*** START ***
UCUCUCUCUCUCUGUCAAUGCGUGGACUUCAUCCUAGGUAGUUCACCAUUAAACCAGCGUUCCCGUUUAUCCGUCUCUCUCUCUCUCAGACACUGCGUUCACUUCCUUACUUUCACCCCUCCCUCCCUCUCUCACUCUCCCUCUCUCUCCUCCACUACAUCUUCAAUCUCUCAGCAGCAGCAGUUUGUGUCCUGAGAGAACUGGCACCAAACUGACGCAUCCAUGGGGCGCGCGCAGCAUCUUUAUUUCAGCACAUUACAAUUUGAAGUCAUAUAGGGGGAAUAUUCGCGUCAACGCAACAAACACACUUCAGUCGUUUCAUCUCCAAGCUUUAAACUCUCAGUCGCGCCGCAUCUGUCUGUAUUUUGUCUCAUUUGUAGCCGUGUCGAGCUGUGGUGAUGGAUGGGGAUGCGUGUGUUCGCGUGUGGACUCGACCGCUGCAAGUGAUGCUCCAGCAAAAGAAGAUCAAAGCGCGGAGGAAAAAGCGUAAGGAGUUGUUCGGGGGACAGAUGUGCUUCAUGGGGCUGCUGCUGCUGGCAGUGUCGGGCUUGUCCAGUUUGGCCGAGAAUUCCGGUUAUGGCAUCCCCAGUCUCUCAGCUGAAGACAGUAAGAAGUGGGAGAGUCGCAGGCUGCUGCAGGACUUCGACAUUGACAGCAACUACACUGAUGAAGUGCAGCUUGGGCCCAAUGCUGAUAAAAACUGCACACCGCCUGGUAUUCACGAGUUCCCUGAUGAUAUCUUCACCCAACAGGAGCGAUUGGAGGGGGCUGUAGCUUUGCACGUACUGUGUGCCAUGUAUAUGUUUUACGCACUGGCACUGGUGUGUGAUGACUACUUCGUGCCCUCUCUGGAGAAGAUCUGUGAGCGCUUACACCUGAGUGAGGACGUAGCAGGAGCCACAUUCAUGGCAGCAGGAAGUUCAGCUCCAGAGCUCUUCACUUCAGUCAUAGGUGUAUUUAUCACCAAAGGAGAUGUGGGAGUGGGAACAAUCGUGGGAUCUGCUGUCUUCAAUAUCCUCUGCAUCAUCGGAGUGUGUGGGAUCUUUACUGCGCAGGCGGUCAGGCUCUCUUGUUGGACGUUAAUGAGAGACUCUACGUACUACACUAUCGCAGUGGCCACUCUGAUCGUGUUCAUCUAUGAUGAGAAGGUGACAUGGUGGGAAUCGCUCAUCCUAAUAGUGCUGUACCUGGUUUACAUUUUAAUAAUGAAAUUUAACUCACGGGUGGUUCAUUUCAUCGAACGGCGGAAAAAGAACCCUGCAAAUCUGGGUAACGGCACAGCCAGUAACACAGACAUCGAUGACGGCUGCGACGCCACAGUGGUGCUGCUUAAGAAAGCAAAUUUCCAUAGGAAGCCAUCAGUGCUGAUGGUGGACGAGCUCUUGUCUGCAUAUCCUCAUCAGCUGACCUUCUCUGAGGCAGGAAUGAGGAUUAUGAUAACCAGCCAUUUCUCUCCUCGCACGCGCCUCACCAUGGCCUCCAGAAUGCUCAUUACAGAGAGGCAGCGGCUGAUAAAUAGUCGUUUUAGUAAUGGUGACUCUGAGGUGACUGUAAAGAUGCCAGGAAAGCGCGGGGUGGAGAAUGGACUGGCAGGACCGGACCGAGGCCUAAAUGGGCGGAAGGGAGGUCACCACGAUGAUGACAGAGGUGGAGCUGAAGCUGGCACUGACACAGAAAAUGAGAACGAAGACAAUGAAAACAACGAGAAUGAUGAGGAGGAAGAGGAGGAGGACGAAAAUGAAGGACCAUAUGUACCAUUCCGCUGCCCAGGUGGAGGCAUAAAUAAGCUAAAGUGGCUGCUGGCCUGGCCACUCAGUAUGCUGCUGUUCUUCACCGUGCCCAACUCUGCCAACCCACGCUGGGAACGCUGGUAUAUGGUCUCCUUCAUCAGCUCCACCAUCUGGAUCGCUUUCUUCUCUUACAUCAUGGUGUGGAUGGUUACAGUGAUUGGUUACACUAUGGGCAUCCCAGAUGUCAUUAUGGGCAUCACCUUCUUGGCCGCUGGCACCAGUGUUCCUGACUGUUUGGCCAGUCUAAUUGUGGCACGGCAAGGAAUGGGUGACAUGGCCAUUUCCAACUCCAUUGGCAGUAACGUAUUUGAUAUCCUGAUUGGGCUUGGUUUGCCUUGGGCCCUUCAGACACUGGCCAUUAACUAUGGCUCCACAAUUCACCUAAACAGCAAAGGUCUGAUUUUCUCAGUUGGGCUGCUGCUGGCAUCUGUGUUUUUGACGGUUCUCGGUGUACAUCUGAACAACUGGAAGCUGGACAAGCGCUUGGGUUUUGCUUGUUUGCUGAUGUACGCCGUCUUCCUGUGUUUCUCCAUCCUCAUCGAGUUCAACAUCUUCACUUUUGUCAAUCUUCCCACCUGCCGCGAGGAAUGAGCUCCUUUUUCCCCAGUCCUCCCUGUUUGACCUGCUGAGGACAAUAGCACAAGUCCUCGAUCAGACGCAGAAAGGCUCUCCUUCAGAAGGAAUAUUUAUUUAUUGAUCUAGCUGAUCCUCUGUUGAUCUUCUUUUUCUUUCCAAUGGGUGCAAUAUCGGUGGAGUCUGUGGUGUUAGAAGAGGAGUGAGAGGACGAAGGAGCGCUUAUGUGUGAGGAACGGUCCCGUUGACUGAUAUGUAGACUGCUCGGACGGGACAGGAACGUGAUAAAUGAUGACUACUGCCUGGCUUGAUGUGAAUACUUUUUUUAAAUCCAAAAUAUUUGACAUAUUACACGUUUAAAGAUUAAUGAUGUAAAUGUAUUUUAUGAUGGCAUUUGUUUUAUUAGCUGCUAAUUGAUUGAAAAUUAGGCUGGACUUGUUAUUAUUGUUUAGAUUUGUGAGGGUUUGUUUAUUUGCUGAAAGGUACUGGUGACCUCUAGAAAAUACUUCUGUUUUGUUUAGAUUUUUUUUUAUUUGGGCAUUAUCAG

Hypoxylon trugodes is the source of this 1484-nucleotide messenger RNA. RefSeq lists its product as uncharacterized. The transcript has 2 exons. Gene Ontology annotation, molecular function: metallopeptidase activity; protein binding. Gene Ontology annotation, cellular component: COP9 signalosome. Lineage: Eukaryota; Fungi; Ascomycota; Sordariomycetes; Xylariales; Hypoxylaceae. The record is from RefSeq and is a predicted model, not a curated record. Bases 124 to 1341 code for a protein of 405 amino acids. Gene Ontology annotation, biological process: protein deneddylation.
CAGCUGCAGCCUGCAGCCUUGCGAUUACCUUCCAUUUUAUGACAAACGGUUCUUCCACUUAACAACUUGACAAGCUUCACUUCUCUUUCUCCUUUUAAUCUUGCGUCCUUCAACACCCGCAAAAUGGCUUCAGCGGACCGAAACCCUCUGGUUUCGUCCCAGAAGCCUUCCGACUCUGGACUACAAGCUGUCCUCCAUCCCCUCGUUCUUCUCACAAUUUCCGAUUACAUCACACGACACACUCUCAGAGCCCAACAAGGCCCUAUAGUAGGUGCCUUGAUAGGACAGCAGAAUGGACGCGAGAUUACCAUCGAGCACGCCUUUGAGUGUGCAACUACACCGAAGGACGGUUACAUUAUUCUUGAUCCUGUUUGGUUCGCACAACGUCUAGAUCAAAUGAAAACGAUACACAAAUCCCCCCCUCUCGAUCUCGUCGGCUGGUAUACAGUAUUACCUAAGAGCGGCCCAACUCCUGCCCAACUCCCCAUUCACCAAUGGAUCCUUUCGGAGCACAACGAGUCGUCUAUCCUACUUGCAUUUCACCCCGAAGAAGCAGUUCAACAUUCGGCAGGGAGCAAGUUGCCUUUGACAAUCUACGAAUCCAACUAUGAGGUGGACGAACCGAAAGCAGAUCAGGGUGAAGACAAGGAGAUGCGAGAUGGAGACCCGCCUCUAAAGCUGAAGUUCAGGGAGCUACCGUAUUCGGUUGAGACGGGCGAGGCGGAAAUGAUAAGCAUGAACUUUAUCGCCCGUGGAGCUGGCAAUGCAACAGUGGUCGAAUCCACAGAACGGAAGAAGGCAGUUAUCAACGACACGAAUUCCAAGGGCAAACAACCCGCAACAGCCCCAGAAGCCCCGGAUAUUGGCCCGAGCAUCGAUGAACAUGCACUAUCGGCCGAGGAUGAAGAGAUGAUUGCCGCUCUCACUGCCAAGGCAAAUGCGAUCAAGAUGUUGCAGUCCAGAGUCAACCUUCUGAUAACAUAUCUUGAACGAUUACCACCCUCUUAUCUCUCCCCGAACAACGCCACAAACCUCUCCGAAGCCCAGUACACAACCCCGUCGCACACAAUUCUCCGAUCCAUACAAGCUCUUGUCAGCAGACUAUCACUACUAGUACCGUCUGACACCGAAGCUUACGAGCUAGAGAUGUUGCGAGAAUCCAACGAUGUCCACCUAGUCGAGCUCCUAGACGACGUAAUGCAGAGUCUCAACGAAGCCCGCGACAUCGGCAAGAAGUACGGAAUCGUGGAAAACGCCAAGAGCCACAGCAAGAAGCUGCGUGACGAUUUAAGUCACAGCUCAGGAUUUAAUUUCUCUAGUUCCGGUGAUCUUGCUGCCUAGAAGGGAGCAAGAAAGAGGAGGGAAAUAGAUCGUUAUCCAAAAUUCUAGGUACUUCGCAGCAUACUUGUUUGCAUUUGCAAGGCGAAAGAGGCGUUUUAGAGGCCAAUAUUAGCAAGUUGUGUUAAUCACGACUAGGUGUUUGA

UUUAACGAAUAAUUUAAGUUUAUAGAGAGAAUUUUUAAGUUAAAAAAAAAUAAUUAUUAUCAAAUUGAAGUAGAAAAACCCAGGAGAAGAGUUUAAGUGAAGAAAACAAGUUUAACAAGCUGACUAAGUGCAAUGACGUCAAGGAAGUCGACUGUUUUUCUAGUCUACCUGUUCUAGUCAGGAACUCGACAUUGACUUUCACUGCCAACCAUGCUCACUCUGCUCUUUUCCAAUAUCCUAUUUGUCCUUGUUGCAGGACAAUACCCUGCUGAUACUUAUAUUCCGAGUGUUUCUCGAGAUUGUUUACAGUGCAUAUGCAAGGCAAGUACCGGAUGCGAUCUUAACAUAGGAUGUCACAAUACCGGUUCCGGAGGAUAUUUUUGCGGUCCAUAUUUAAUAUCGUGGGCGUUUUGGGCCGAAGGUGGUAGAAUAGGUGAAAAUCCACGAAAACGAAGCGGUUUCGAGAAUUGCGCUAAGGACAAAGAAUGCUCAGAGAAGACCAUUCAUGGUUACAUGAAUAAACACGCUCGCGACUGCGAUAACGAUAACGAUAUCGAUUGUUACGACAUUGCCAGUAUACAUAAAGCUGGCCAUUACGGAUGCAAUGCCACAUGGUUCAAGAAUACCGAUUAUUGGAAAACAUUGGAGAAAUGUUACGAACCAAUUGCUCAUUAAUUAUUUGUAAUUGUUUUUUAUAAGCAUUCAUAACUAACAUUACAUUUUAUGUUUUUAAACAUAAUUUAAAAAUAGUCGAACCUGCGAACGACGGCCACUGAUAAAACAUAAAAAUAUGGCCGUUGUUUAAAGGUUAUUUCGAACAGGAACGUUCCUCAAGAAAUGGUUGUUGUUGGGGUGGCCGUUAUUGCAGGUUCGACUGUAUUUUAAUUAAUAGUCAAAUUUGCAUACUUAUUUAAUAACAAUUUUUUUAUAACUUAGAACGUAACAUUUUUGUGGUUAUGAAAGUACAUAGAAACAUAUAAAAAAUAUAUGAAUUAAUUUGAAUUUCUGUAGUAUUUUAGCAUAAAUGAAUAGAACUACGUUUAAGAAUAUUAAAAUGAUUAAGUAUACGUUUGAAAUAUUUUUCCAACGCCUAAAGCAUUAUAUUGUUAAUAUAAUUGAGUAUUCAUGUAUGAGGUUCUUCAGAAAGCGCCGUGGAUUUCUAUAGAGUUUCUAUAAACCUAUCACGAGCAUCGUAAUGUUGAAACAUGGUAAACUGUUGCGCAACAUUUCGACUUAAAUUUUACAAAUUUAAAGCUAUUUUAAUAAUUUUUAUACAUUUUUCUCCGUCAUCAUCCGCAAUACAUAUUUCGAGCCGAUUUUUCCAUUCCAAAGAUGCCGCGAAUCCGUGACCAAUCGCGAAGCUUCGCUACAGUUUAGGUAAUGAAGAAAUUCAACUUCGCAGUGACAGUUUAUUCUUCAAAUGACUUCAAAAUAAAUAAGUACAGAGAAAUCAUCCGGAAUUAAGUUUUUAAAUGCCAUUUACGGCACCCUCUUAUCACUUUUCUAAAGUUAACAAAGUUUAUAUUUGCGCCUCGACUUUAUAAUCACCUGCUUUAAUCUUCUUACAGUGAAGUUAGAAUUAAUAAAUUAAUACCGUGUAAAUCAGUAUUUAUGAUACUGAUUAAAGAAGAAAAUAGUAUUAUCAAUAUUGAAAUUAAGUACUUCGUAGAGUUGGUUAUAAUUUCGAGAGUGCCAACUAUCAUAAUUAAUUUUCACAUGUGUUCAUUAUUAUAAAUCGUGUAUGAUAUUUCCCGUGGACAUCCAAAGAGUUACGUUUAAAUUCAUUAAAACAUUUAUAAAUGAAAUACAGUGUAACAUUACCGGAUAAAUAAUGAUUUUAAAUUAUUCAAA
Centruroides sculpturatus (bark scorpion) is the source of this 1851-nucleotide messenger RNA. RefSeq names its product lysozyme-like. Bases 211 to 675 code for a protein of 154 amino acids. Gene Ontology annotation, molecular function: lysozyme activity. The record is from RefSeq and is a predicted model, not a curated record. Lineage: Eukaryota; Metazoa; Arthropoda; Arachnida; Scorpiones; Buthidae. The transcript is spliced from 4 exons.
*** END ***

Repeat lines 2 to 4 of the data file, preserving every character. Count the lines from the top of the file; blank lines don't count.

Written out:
Hypoxylon trugodes is the source of this 1484-nucleotide messenger RNA. RefSeq lists its product as uncharacterized. The transcript has 2 exons. Gene Ontology annotation, molecular function: metallopeptidase activity; protein binding. Gene Ontology annotation, cellular component: COP9 signalosome. Lineage: Eukaryota; Fungi; Ascomycota; Sordariomycetes; Xylariales; Hypoxylaceae. The record is from RefSeq and is a predicted model, not a curated record. Bases 124 to 1341 code for a protein of 405 amino acids. Gene Ontology annotation, biological process: protein deneddylation.
CAGCUGCAGCCUGCAGCCUUGCGAUUACCUUCCAUUUUAUGACAAACGGUUCUUCCACUUAACAACUUGACAAGCUUCACUUCUCUUUCUCCUUUUAAUCUUGCGUCCUUCAACACCCGCAAAAUGGCUUCAGCGGACCGAAACCCUCUGGUUUCGUCCCAGAAGCCUUCCGACUCUGGACUACAAGCUGUCCUCCAUCCCCUCGUUCUUCUCACAAUUUCCGAUUACAUCACACGACACACUCUCAGAGCCCAACAAGGCCCUAUAGUAGGUGCCUUGAUAGGACAGCAGAAUGGACGCGAGAUUACCAUCGAGCACGCCUUUGAGUGUGCAACUACACCGAAGGACGGUUACAUUAUUCUUGAUCCUGUUUGGUUCGCACAACGUCUAGAUCAAAUGAAAACGAUACACAAAUCCCCCCCUCUCGAUCUCGUCGGCUGGUAUACAGUAUUACCUAAGAGCGGCCCAACUCCUGCCCAACUCCCCAUUCACCAAUGGAUCCUUUCGGAGCACAACGAGUCGUCUAUCCUACUUGCAUUUCACCCCGAAGAAGCAGUUCAACAUUCGGCAGGGAGCAAGUUGCCUUUGACAAUCUACGAAUCCAACUAUGAGGUGGACGAACCGAAAGCAGAUCAGGGUGAAGACAAGGAGAUGCGAGAUGGAGACCCGCCUCUAAAGCUGAAGUUCAGGGAGCUACCGUAUUCGGUUGAGACGGGCGAGGCGGAAAUGAUAAGCAUGAACUUUAUCGCCCGUGGAGCUGGCAAUGCAACAGUGGUCGAAUCCACAGAACGGAAGAAGGCAGUUAUCAACGACACGAAUUCCAAGGGCAAACAACCCGCAACAGCCCCAGAAGCCCCGGAUAUUGGCCCGAGCAUCGAUGAACAUGCACUAUCGGCCGAGGAUGAAGAGAUGAUUGCCGCUCUCACUGCCAAGGCAAAUGCGAUCAAGAUGUUGCAGUCCAGAGUCAACCUUCUGAUAACAUAUCUUGAACGAUUACCACCCUCUUAUCUCUCCCCGAACAACGCCACAAACCUCUCCGAAGCCCAGUACACAACCCCGUCGCACACAAUUCUCCGAUCCAUACAAGCUCUUGUCAGCAGACUAUCACUACUAGUACCGUCUGACACCGAAGCUUACGAGCUAGAGAUGUUGCGAGAAUCCAACGAUGUCCACCUAGUCGAGCUCCUAGACGACGUAAUGCAGAGUCUCAACGAAGCCCGCGACAUCGGCAAGAAGUACGGAAUCGUGGAAAACGCCAAGAGCCACAGCAAGAAGCUGCGUGACGAUUUAAGUCACAGCUCAGGAUUUAAUUUCUCUAGUUCCGGUGAUCUUGCUGCCUAGAAGGGAGCAAGAAAGAGGAGGGAAAUAGAUCGUUAUCCAAAAUUCUAGGUACUUCGCAGCAUACUUGUUUGCAUUUGCAAGGCGAAAGAGGCGUUUUAGAGGCCAAUAUUAGCAAGUUGUGUUAAUCACGACUAGGUGUUUGA

UUUAACGAAUAAUUUAAGUUUAUAGAGAGAAUUUUUAAGUUAAAAAAAAAUAAUUAUUAUCAAAUUGAAGUAGAAAAACCCAGGAGAAGAGUUUAAGUGAAGAAAACAAGUUUAACAAGCUGACUAAGUGCAAUGACGUCAAGGAAGUCGACUGUUUUUCUAGUCUACCUGUUCUAGUCAGGAACUCGACAUUGACUUUCACUGCCAACCAUGCUCACUCUGCUCUUUUCCAAUAUCCUAUUUGUCCUUGUUGCAGGACAAUACCCUGCUGAUACUUAUAUUCCGAGUGUUUCUCGAGAUUGUUUACAGUGCAUAUGCAAGGCAAGUACCGGAUGCGAUCUUAACAUAGGAUGUCACAAUACCGGUUCCGGAGGAUAUUUUUGCGGUCCAUAUUUAAUAUCGUGGGCGUUUUGGGCCGAAGGUGGUAGAAUAGGUGAAAAUCCACGAAAACGAAGCGGUUUCGAGAAUUGCGCUAAGGACAAAGAAUGCUCAGAGAAGACCAUUCAUGGUUACAUGAAUAAACACGCUCGCGACUGCGAUAACGAUAACGAUAUCGAUUGUUACGACAUUGCCAGUAUACAUAAAGCUGGCCAUUACGGAUGCAAUGCCACAUGGUUCAAGAAUACCGAUUAUUGGAAAACAUUGGAGAAAUGUUACGAACCAAUUGCUCAUUAAUUAUUUGUAAUUGUUUUUUAUAAGCAUUCAUAACUAACAUUACAUUUUAUGUUUUUAAACAUAAUUUAAAAAUAGUCGAACCUGCGAACGACGGCCACUGAUAAAACAUAAAAAUAUGGCCGUUGUUUAAAGGUUAUUUCGAACAGGAACGUUCCUCAAGAAAUGGUUGUUGUUGGGGUGGCCGUUAUUGCAGGUUCGACUGUAUUUUAAUUAAUAGUCAAAUUUGCAUACUUAUUUAAUAACAAUUUUUUUAUAACUUAGAACGUAACAUUUUUGUGGUUAUGAAAGUACAUAGAAACAUAUAAAAAAUAUAUGAAUUAAUUUGAAUUUCUGUAGUAUUUUAGCAUAAAUGAAUAGAACUACGUUUAAGAAUAUUAAAAUGAUUAAGUAUACGUUUGAAAUAUUUUUCCAACGCCUAAAGCAUUAUAUUGUUAAUAUAAUUGAGUAUUCAUGUAUGAGGUUCUUCAGAAAGCGCCGUGGAUUUCUAUAGAGUUUCUAUAAACCUAUCACGAGCAUCGUAAUGUUGAAACAUGGUAAACUGUUGCGCAACAUUUCGACUUAAAUUUUACAAAUUUAAAGCUAUUUUAAUAAUUUUUAUACAUUUUUCUCCGUCAUCAUCCGCAAUACAUAUUUCGAGCCGAUUUUUCCAUUCCAAAGAUGCCGCGAAUCCGUGACCAAUCGCGAAGCUUCGCUACAGUUUAGGUAAUGAAGAAAUUCAACUUCGCAGUGACAGUUUAUUCUUCAAAUGACUUCAAAAUAAAUAAGUACAGAGAAAUCAUCCGGAAUUAAGUUUUUAAAUGCCAUUUACGGCACCCUCUUAUCACUUUUCUAAAGUUAACAAAGUUUAUAUUUGCGCCUCGACUUUAUAAUCACCUGCUUUAAUCUUCUUACAGUGAAGUUAGAAUUAAUAAAUUAAUACCGUGUAAAUCAGUAUUUAUGAUACUGAUUAAAGAAGAAAAUAGUAUUAUCAAUAUUGAAAUUAAGUACUUCGUAGAGUUGGUUAUAAUUUCGAGAGUGCCAACUAUCAUAAUUAAUUUUCACAUGUGUUCAUUAUUAUAAAUCGUGUAUGAUAUUUCCCGUGGACAUCCAAAGAGUUACGUUUAAAUUCAUUAAAACAUUUAUAAAUGAAAUACAGUGUAACAUUACCGGAUAAAUAAUGAUUUUAAAUUAUUCAAA